Among comic book aficionados, Dr. Fredric Wertham is often considered to be as slimy and evil as any creature ever to appear in the horror comics he criticized. Wertham did speak out against comic books and it would not be hyperbole to say that his efforts nearly resulted in the death of the entire United States comic book industry. However, Wertham was more than just an outspoken crusader against crime and horror comics. He spent much of his life studying and writing about violence and how to prevent it. Wertham was interested in protecting children from harmful material in comic books, television, and anywhere else negative influences might be found. He wrote an article about the detrimental effects of segregation that was used in the landmark Brown v. Board of Education court case that eventually found segregation to be unconstitutional. He also founded a clinic staffed with volunteers in Harlem, providing mental health services to the black community starting in 1946.
The Early Days
Dr. Fredric Wertham was born Fredric Wertheimer in Munich, Germany, March 20, 1895.
He studied at universities in Munich, Erlangen, London and Würzburg, graduating with a medical degree in 1921.
In 1922, Wertham emigrated to the United States to teach at Johns Hopkins University and practice at the university’s Phipps Psychiatric Clinic.
In 1934 his first book, The Brain as an Organ, was published.
Wertham’s 1941 book Dark Legend was based on the true story of a 17-year-old murderer.
In 1946, Wertham established the Lafargue Psychiatric Clinic, serving the black community in Harlem.
The Anti-Comics Crusader
In 1948, Wertham participated in a symposium entitled “The Psychopathology of Comic Books”, which also included Gershon Legman, author of Love & Death.
Wertham was interviewed for a March, 1948 article, Judith Crist’s "Horror in the Nursey", in Collier’s magazine, where the doctor criticized the harmful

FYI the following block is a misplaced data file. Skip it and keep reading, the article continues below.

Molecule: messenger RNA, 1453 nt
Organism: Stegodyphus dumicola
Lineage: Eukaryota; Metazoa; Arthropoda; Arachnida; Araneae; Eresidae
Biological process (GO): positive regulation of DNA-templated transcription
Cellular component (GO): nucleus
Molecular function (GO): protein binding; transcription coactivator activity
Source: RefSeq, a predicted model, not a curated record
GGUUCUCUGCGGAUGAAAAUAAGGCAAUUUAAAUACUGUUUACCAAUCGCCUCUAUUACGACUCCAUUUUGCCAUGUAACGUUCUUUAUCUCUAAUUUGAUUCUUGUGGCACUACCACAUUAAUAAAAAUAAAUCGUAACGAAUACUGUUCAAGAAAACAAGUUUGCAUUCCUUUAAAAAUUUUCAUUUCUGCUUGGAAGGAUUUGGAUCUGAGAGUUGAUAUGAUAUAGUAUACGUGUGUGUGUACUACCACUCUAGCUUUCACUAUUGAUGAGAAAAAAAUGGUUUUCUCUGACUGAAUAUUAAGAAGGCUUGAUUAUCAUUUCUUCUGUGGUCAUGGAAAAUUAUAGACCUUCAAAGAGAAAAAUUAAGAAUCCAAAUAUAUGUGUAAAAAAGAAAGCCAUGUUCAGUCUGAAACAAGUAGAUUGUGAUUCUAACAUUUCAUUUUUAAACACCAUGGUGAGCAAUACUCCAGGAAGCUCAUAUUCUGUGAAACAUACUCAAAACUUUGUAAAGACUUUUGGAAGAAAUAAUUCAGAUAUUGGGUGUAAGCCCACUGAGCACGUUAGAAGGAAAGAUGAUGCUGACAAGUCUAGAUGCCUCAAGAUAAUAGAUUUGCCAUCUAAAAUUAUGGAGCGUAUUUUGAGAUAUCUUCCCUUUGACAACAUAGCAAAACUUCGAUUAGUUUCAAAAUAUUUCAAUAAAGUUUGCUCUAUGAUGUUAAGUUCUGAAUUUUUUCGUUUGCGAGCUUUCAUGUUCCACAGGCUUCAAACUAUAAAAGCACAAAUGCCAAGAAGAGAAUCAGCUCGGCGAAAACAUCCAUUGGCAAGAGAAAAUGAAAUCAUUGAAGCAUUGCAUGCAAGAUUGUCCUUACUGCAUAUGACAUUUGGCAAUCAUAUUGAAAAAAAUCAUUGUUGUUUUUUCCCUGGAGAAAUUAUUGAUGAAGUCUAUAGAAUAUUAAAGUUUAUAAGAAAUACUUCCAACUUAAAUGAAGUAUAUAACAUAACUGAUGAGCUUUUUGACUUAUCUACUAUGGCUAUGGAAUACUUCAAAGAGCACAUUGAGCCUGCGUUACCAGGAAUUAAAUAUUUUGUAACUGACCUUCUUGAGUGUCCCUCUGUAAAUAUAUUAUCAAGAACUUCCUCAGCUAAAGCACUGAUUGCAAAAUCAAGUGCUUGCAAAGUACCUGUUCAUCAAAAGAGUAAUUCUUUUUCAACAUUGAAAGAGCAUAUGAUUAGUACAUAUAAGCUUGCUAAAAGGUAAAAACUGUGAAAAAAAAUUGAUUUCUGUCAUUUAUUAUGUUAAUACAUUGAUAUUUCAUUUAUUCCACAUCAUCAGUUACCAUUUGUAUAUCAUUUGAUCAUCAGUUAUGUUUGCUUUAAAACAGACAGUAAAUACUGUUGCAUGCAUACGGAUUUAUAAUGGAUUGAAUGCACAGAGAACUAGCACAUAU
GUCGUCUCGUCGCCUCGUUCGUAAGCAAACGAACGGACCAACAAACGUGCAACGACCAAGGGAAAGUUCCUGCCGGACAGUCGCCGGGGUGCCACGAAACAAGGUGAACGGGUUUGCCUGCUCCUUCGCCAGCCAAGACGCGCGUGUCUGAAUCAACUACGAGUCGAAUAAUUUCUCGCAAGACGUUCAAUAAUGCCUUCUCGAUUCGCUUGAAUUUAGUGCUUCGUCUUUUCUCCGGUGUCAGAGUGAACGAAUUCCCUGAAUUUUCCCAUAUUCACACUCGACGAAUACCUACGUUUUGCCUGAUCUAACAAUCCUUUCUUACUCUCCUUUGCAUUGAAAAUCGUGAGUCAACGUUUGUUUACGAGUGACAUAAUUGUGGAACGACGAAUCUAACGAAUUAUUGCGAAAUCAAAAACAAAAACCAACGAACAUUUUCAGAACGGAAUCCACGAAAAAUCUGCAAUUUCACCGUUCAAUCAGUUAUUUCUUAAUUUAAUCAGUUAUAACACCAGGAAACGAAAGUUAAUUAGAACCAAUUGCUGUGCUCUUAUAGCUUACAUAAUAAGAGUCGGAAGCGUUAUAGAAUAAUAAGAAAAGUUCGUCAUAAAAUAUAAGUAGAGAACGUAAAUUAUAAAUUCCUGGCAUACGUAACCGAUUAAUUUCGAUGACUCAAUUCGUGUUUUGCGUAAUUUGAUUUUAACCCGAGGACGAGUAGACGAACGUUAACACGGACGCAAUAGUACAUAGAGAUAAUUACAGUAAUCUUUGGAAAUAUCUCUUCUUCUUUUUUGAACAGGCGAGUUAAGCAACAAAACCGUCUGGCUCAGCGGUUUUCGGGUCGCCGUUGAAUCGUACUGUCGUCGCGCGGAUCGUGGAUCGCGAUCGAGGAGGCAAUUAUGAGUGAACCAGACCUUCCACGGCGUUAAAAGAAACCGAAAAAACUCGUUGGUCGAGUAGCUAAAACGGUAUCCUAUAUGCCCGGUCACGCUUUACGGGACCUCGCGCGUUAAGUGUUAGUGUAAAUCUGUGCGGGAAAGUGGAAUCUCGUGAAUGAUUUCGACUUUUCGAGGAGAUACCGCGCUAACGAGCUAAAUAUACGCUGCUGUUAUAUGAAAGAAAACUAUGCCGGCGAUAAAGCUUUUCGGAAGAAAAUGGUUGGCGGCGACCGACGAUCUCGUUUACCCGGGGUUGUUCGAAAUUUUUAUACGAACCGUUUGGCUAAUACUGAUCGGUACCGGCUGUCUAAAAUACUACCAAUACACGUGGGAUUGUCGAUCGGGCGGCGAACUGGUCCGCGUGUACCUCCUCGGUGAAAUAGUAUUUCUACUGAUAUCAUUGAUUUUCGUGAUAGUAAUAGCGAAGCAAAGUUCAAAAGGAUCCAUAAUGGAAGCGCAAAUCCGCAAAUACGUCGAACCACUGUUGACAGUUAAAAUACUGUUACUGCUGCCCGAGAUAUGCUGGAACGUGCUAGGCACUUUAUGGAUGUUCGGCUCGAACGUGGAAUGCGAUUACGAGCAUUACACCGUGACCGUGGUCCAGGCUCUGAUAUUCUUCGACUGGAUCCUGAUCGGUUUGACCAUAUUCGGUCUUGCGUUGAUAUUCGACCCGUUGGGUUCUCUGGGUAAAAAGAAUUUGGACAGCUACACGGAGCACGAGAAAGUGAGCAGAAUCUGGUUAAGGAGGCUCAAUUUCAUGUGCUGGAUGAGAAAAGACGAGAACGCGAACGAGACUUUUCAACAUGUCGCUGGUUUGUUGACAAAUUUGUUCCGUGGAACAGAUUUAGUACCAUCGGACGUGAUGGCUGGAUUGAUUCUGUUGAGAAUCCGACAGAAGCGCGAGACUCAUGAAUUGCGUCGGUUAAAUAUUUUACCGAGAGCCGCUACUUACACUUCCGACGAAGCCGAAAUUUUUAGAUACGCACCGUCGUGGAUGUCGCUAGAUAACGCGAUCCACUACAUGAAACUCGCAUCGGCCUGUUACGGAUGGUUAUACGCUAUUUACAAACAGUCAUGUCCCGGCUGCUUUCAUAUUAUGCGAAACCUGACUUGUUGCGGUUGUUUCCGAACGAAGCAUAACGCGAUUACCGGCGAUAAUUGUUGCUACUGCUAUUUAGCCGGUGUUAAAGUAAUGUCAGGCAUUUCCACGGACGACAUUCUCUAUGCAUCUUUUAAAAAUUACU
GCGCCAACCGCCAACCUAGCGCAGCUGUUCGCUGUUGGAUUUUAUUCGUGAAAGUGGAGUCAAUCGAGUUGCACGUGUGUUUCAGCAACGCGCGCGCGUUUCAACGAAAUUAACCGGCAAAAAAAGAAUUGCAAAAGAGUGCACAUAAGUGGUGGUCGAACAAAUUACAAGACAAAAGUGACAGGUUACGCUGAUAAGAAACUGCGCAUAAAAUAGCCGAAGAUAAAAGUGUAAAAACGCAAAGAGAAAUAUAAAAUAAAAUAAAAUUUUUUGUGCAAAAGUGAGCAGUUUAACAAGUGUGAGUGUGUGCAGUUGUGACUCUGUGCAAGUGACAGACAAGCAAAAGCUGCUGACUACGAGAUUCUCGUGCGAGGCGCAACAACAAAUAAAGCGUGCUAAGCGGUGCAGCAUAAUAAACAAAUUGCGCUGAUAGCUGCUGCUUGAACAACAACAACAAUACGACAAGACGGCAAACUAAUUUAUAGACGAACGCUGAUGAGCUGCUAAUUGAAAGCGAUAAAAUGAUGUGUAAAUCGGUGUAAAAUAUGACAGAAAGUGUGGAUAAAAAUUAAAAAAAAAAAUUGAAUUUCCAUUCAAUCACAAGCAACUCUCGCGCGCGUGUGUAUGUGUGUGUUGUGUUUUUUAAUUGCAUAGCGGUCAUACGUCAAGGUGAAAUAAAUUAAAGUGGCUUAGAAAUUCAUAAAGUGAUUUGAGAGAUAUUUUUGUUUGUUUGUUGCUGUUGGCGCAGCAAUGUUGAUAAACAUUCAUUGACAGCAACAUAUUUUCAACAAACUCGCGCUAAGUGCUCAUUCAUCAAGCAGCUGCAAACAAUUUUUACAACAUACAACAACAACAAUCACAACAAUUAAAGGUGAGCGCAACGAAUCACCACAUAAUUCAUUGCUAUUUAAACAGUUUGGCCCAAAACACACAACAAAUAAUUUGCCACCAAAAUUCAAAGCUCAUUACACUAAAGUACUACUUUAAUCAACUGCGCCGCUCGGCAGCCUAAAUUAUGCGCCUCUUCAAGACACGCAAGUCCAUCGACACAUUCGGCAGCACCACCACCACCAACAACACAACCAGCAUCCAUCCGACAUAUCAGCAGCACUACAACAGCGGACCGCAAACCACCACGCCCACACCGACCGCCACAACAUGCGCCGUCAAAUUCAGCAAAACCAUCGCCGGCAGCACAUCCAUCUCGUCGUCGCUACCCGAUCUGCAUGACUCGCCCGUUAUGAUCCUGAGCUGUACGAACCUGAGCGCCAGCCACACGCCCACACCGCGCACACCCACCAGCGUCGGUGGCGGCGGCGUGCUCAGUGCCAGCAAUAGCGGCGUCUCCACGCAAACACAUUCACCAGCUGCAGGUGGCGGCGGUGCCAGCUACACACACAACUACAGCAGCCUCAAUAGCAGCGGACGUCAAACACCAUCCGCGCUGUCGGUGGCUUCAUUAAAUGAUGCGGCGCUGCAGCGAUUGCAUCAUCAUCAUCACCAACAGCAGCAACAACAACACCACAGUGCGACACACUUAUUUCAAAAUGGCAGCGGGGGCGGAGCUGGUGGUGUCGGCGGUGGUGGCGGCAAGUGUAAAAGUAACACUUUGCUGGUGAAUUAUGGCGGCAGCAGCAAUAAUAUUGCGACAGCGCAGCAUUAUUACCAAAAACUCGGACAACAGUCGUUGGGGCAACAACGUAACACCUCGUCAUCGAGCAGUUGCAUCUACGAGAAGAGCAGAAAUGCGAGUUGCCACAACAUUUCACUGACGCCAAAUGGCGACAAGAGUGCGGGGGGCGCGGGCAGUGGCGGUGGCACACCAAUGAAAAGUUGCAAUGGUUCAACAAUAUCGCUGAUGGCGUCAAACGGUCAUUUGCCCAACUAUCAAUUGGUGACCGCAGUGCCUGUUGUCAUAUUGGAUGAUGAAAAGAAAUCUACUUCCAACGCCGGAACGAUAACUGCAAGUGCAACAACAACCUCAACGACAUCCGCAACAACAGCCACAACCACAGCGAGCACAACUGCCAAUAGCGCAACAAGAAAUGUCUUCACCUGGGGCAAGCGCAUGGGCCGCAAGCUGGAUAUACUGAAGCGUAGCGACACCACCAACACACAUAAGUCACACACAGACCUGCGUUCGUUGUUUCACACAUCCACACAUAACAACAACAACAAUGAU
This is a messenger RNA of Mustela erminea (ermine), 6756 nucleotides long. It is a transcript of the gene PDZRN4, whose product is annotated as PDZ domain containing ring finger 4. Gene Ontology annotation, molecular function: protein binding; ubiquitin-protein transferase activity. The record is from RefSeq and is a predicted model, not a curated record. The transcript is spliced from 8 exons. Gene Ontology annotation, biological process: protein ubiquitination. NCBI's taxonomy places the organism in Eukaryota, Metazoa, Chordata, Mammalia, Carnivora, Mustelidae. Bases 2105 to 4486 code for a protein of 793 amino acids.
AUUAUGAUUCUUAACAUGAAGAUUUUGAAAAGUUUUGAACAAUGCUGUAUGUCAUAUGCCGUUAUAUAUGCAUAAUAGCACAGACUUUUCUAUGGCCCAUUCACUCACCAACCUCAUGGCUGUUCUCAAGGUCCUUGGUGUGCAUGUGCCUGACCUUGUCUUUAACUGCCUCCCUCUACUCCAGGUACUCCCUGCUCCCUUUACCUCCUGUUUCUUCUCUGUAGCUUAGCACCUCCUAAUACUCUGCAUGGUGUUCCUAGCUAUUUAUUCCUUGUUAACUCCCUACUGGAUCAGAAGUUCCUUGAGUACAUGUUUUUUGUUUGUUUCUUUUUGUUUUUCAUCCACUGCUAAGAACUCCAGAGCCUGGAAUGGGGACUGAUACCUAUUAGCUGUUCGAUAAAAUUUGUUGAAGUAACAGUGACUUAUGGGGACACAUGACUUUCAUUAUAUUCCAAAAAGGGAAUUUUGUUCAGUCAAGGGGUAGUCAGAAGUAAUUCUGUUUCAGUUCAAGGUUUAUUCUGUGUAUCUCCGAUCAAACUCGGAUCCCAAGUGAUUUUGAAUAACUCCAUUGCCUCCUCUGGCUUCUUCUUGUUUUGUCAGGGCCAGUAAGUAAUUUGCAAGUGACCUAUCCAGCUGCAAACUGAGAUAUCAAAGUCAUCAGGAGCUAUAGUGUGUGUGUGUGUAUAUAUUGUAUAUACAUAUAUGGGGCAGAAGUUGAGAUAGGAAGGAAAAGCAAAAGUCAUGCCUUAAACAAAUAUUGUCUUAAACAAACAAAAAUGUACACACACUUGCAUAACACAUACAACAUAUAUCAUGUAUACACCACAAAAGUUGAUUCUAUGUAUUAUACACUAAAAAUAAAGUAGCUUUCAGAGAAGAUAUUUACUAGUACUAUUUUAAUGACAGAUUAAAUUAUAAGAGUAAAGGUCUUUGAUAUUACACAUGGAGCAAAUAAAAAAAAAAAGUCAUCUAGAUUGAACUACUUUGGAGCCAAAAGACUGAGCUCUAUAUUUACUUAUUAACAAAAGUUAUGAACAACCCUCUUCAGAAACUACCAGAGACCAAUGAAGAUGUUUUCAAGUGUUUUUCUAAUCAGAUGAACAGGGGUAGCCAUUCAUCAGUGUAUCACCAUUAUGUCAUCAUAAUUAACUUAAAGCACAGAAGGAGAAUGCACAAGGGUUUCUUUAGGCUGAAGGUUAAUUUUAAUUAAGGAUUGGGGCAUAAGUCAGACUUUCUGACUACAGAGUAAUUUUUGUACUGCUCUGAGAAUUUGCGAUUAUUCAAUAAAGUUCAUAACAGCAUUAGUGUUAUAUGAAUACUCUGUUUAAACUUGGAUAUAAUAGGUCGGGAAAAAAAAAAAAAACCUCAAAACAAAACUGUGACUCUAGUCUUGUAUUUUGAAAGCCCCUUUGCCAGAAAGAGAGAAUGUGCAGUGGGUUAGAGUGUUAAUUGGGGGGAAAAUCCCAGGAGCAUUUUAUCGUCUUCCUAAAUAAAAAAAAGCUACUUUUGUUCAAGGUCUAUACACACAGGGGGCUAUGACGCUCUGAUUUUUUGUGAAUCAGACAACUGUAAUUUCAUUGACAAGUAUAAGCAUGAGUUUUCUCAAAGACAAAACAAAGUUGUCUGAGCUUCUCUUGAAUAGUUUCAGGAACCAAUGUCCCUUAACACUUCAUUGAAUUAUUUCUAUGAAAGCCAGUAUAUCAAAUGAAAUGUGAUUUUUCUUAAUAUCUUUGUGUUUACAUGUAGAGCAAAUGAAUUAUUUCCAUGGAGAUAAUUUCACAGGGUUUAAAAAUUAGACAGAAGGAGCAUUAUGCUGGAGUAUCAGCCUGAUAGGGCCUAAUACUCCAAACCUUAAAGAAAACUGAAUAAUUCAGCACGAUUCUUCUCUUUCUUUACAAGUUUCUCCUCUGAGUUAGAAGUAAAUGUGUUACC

effects of comic books. Shortly therafter, The Saturday Review of Literature published an article authored by Wertham entitled, "The Comics... Very Funny!"
Wertham’s 1949 book The Show of Violence detailed his involvement with a number of murder trials.
In 1954, Ladies’ Home Journal published an article entitled “What Parents Don’t Know About Comic Books”, which was excerpted
from the soon-to-be-published Seduction of the Innocent.
In the spring of 1954, that infamous tome was published, clocking in at 400 pages plus a 16-page section of illustrations.
Although a few copies were distributed with the 2-page bibliography at the end of the book, most copies of the bibliography were removed by the publisher.
According to Dr. Wertham, the publisher feared lawsuits from the comics publishers, and ordered the bibliography removed.
Shortly after publication of Seduction of the Innocent, or SOTI as it is called among comic book collectors,
the United States Senate convened hearings on the harmful effects of comic books as part of its investigation into juvenile delinquency.
Among those called to testify at the hearings were EC Publisher Bill Gaines, and Dr. Fredric Wertham.
In response to Wertham’s high-profile criticisms and the Senate investigation, the comic book industry implemented a self-censorship code,
which stated explicitly what could and could not be depicted in comic books.
Dr. Wertham’s 1956 book, Circle of Guilt, was yet another book about a murder case.
In 1966, Wertham’s A Sign for Cain was published.
It explored the pervasiveness of violence and postulated that it is within human beings’ power to eliminate violence.
In 1974, his last book was published: The World of Fanzines: A Special Form of Communication.
In this book, he analyzed comic book and science fiction fanzines as communication tools.
As a result of this book, he was invited to speak at the 1974 New York Comic Art Convention, where he encountered heckling and suspicion.
At that point, Wertham stopped writing about comics. Wertham died November 18, 1981.